Guide For a Split, Bay or T25 The range of rear engine transporters are all unique in their own way, but all suffer from corrosion in the same way. One problem that is particular to a Camper is that we create more moisture due to us living inside, just boiling a kettle will produce large amounts of rust inducing steam, sleeping in the van presents its own problems as we sweat and breathe out moisture. The underside of any Van is straight forward to protect. The usual suspect areas such as inner sill, front valance etc are easy to access from underneath, but the inside structure is more challenging. The front and side door cards are easy enough to remove but the rear will require removal of the interior furnishings and panels to gain access, a time consuming exercise but worthwhile!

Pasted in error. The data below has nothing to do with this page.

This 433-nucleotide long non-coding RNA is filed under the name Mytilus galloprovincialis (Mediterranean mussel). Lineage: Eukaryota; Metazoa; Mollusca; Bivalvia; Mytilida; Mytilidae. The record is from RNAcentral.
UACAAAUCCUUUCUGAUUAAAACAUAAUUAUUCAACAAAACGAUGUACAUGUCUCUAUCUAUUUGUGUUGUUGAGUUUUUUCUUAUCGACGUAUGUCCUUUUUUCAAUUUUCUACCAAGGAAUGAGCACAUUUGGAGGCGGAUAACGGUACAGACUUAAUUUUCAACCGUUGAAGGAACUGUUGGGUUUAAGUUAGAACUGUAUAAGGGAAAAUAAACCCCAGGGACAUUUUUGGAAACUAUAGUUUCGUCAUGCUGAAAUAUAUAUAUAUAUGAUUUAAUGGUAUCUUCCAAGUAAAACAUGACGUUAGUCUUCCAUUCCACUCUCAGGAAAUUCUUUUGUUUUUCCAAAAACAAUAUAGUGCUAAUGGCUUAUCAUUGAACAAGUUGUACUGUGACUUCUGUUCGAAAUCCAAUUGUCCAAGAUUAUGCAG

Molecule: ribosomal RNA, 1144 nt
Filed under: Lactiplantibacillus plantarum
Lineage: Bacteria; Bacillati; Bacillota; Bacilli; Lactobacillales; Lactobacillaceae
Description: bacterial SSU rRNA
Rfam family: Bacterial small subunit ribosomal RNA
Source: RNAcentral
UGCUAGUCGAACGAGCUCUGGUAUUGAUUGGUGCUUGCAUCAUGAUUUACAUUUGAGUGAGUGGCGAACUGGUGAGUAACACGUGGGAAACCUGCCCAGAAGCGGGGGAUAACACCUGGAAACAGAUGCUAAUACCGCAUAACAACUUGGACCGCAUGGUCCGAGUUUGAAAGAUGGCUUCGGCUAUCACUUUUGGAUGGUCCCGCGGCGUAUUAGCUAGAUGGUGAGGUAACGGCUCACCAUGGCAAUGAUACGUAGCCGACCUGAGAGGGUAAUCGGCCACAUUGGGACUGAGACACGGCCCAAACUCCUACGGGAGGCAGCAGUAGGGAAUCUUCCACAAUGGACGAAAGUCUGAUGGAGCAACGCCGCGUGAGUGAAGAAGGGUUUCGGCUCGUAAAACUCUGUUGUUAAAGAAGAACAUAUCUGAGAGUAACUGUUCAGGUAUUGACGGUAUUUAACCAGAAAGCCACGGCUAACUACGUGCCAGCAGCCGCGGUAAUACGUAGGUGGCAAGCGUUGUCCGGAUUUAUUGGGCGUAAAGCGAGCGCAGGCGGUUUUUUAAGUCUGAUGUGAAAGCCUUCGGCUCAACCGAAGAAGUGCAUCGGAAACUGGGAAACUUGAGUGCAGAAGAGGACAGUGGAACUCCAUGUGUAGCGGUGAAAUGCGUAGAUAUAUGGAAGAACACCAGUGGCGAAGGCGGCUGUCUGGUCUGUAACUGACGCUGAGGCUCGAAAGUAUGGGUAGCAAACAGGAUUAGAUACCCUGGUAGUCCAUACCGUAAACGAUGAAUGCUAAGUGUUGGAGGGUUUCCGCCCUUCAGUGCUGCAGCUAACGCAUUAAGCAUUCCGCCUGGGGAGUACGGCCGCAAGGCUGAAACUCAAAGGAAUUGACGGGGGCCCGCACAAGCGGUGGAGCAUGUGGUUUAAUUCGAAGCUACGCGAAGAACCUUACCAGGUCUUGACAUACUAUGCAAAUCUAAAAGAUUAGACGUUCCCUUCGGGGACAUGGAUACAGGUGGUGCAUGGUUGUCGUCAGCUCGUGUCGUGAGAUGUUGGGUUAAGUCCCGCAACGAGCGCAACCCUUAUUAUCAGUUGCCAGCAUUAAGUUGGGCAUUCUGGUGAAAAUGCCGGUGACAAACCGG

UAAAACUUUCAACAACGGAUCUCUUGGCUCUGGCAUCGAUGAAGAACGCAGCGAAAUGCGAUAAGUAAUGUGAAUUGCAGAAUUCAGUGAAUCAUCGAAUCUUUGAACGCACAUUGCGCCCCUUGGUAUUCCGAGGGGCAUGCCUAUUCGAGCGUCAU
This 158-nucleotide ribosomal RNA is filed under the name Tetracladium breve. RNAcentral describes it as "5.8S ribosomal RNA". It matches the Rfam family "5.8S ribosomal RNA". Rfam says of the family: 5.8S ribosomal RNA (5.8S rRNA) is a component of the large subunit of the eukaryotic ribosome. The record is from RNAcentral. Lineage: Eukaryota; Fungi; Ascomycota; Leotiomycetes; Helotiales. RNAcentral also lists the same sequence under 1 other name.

Sitting by the log burner one cold winter’s eve, my wife Suzanne and I had a very uncomfortable chat with decisions to be made just after Christmas last year; Delilah our 1970 Early Bay had become the problem child all VW parents hope won’t happen. After several years of happy times, forgetting all the damp nights from the leaky pop top and refusals to start after a weekend away, the steady drip of cash to keep her going turned into a deluge when we found out her engine problems, whilst not terminal, were not good news. Our soul searching kept coming around to the inevitable; we’d have to let her go, listen to our heads and not our hearts. We’d toyed with the idea of getting a T4 a few years ago but air-cooled was always the previous winner. Who couldn’t fail to love the look, the sound and the feel of the old Bays and Splitties?… Only the hopeless romantics and the ones with deep pockets! Everything happened in a whirlwind shortly after the New Year. Delilah advertised and sold within a matter of days to a wonderful fellow from Kent who would have the time and expertise to return her to her glory and just days after and several viewings of vans in all conditions and specs, we picked up a T4 2.5TDi SWB short nose, new conversion from Will at Coast Campers near Bognor. Will had turned around an extremely sound, low mileage work van, fitted her out with a ¾ rock n roll bed, swivelling double passenger seat, Dometic twin burner and sink, 240v/12v fridge, split charger, hook-up and plenty of storage by Evo. Suzanne soon had her named Lola (think The Kinks / trans-porter) and we began adding the personal touches. We are Pagans and into our Nordic heritage and culture, so we set about sourcing decals to make Lola look that little bit different to your average camper. It’s surprising how much you can save by not looking at camper/vehicle stickers and decals and look at interior decorating instead! We traded in our Skoda estate and downsized to a Fiat 500 and I immediately began using Lola as a day runner, something I’d never even contemplated with Delilah, and as soon as the weather picked up we started to get away for weekends and day trips. So far, we’ve travelled the Hampshire countryside, done Dorset and Wiltshire, and sailed over the Solent for a long, long weekend at the Isle of Wight Festival. Our first weekend away was to Eype/West Bay near Bridport; Highlands End campsite is on the cliff tops and has excellent facilities to suit all needs and pockets. We love Dorset as it’s so